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Appliqué urban anti-vehicle mine

Mean streets ...
 
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Anti-vehicle mines are very useful route denial weapons, but extremely difficult to place in urban settings. They normally have to be either buried in the road surface, or placed via an existing culvert or drain. This greatly limits the options.

But do not despair* ! The BorgCo weapons engineering team have the answer.

The ingenious solution is to adapt the numerous service and utility access points embedded in roadways. Now, spoilsports that they are, many authorities have taken to tack-welding these closed, precluding their easy and discreet removal. So, to overcome this, BorgCo have developed a thin, explosive-packed appliqué cover which fits over the existing fitment and delivers a devastating blast to a vehicle passing over it. While the device only contains a couple of kilos of secondary composition, it is more than enough to destroy a typical soft-skinned vehicle, and the rear of the hardened steel upper plate is deeply etched in a checkerboard pattern to guarantee efficient fragmentation into kinetic penetrators capable of easily shredding the occupants of a car.

To aid concealment, the kit comes complete with a portable wide-format printer. Simply snap a photo, and then print out a covering that exactly resembles the existing fitment. There’s no need even to approach the chosen site, as utility companies are unimaginative and tend to fit numerous examples of the same type of manhole cover throughout their delivery area, so having identified the type of cover required, simply find one elsewhere that can be photographed without attracting attention. Then peel the self-adhesive backing from the sheet and stick it onto the mine’s upper surface. Shims can be placed below the sheet to produce genuine 3D texturing, so that from a low angle it’s indistinguishable from the real thing.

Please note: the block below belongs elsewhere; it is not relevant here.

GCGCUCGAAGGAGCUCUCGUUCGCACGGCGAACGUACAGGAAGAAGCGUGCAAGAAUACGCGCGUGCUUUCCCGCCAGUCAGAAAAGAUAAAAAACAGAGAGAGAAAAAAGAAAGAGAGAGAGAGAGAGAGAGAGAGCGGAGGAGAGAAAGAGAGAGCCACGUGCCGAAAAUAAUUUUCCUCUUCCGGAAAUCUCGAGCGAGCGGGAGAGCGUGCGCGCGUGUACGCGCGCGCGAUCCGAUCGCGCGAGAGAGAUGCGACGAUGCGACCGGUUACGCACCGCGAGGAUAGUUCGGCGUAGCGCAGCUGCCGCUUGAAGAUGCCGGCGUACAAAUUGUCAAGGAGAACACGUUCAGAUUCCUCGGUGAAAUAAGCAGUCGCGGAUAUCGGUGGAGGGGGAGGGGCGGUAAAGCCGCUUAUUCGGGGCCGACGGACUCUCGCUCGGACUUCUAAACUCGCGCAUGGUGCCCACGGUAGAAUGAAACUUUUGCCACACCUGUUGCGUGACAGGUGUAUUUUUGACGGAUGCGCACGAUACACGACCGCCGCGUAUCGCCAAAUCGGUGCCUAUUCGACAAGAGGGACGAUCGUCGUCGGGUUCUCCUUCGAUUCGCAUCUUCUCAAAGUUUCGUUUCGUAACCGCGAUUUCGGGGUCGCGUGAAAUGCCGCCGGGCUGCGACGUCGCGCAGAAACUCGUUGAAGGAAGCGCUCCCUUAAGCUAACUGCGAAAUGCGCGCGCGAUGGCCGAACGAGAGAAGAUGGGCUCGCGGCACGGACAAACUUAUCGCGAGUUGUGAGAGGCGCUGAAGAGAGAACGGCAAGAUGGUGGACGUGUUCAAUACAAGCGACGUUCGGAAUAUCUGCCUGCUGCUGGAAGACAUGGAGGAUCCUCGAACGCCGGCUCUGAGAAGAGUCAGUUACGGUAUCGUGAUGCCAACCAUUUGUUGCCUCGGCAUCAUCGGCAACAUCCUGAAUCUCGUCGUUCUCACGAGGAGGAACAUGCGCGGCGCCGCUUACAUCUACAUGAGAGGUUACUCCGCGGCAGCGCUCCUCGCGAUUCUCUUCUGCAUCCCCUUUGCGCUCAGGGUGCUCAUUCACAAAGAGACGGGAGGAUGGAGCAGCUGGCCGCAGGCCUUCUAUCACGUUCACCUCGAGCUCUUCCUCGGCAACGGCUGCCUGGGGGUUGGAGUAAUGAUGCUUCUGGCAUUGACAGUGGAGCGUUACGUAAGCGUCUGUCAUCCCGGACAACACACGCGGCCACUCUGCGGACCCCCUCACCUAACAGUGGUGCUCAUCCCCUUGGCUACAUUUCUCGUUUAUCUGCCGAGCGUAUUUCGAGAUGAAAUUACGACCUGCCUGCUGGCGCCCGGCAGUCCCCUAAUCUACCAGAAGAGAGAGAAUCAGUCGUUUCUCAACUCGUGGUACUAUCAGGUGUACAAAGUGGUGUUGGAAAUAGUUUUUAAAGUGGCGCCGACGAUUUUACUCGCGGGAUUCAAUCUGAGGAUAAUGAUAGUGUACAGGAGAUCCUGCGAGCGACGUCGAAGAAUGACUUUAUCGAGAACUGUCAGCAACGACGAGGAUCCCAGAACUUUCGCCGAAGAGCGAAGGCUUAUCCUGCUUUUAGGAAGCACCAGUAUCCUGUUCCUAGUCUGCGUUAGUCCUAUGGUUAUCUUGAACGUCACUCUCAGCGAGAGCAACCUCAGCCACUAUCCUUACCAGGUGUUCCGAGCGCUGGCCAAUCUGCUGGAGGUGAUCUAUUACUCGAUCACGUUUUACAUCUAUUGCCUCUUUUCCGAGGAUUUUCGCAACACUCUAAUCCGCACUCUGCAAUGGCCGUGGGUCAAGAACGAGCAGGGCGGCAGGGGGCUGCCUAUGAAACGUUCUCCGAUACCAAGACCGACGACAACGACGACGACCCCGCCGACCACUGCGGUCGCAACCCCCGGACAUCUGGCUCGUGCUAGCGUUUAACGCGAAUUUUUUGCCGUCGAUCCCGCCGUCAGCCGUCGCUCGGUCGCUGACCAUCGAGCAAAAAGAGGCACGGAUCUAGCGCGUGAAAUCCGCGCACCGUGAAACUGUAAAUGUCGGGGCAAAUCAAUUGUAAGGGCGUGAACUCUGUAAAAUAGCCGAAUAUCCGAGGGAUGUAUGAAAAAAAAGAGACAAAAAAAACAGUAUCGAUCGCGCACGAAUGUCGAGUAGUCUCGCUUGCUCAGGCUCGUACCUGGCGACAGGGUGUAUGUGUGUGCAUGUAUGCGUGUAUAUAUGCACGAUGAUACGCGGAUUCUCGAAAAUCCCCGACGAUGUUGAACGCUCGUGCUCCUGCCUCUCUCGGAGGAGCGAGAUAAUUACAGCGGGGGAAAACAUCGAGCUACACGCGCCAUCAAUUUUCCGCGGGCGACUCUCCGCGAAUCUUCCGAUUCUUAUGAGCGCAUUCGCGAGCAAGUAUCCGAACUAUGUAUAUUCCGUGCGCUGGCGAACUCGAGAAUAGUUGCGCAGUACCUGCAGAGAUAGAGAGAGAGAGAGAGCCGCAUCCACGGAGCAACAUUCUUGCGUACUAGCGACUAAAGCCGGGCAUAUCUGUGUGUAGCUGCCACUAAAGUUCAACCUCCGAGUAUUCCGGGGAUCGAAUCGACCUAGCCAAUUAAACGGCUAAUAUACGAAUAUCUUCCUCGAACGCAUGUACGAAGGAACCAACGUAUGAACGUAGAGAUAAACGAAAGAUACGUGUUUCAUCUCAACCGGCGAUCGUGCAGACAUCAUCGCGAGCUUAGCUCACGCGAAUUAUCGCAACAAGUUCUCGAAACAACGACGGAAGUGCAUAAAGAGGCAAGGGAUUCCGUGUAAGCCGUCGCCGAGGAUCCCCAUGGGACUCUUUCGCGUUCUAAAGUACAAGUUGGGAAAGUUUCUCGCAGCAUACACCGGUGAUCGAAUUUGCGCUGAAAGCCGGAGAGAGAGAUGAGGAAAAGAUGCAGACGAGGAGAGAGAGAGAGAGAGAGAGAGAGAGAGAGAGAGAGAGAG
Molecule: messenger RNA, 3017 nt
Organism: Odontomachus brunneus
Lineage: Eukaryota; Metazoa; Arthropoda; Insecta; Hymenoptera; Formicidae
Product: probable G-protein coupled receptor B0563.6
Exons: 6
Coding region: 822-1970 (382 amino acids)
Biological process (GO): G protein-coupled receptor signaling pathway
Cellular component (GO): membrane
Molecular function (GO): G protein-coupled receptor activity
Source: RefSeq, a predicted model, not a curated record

To deploy, peel of the backing from the device itself and place it over the chosen location. For extra stealth, this can be done during the hours of darkness, from a small van that has a suitably-sized hatch cut in the load space; the van stops momentarily over the target, guided by concealed CCTV cameras, and the team in the back then just press the unit down onto the existing manhole cover.

Initiation can be by a selection of systems; command wire, simple pressure/impact, secure radio, cellular phone, or best of all radio paging technology which gives wide area coverage using a commercial system, but has no telltale back-channel like a cellular phone – it’s essentially a passive receiver.

Now it’s easy to ensure that, for those who you may disagree with, their day may end very differently – and much sooner – than their expectations.

*Our legal department have insisted that we point out that there are in fact many, many excellent reasons for despair, but the lack of an efficient urban anti-vehicle mine is not now one of them.

8th of 7, Jul 06 2019

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       Just out of interest, how thin could a shape-charge/EFP be made, to still have most of the blast in the "thin" direction (ie: perpendicular to the "large" dimensions)?
Err, asking for a friend...
neutrinos_shadow, Jul 07 2019
  

       Thin layers of explosive deliver most of their force perpendicular to the layer. This directionality gets bigger as the layers get thinner relative to their larger dimension.   

       As an example, if Wales (surface area 8000 square miles; thickness about 28 miles) could be made to explode, it would be brilliant.
MaxwellBuchanan, Jul 07 2019
  

       And to think I've been beating my head against the wall trying to develop an enormous hole applique, a la Wile E. Coyote.
RayfordSteele, Jul 09 2019
  

       // van that has a suitably-sized hatch cut in the load space //   

       Wouldn't the driveshaft, differential, and axle get in the way? Is there a van available that has the driveshaft and differential offset to one side of the vehicle?
notexactly, Jul 21 2019
  

       [notexactly] there are front-wheel-drive vans, with a nice, large, low floor in the back. Perfect!
neutrinos_shadow, Jul 21 2019
  
      
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